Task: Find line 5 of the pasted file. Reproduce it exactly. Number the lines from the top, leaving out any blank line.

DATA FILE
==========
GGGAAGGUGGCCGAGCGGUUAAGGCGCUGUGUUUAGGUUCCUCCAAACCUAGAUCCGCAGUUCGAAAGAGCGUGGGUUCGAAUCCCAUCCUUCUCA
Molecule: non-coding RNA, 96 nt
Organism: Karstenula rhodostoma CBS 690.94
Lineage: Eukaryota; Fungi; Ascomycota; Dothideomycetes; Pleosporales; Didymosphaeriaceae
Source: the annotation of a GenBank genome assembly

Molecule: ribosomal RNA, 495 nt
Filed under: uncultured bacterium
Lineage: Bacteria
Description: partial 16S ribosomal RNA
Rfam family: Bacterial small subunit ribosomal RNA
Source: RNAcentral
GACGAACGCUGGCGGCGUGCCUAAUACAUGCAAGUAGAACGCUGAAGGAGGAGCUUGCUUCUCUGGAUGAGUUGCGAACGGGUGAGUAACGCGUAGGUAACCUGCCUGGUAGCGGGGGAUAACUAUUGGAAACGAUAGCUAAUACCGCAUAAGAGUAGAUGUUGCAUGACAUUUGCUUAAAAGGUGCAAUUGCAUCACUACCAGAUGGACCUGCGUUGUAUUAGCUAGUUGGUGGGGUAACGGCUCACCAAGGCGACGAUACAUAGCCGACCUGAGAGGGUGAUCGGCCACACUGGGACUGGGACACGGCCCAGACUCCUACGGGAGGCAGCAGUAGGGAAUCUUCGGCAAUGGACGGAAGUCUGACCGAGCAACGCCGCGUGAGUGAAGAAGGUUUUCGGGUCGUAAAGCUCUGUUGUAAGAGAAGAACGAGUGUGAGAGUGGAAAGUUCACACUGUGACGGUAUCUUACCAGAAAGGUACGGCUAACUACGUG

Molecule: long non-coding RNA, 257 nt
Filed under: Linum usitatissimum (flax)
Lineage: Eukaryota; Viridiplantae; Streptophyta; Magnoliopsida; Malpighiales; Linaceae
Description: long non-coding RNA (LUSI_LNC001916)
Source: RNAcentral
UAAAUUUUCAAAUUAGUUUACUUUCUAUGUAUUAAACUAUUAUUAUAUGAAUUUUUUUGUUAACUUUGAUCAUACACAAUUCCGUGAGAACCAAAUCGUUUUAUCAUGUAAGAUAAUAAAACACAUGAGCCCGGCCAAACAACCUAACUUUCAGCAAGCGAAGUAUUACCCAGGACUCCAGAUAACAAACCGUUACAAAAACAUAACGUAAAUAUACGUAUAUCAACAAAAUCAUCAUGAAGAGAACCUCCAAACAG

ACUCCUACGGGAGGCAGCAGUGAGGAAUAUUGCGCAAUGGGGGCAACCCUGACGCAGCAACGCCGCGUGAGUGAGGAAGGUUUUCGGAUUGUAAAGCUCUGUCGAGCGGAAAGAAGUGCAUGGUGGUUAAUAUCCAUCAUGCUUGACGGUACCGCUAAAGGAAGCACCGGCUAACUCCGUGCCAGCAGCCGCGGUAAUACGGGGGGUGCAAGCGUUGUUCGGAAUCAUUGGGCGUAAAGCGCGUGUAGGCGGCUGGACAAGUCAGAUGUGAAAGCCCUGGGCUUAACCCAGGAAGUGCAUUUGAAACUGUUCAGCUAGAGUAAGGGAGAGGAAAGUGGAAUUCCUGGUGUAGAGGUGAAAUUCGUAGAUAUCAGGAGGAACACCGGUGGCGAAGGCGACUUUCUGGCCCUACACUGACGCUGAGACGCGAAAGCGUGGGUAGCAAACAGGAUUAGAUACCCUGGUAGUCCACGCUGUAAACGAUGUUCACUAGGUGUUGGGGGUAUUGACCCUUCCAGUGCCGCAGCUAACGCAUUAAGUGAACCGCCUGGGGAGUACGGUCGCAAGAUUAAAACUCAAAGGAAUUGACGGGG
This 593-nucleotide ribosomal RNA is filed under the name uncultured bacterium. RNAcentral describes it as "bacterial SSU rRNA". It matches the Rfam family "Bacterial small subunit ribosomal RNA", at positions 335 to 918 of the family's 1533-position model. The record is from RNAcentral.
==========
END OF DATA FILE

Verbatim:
Source: the annotation of a GenBank genome assembly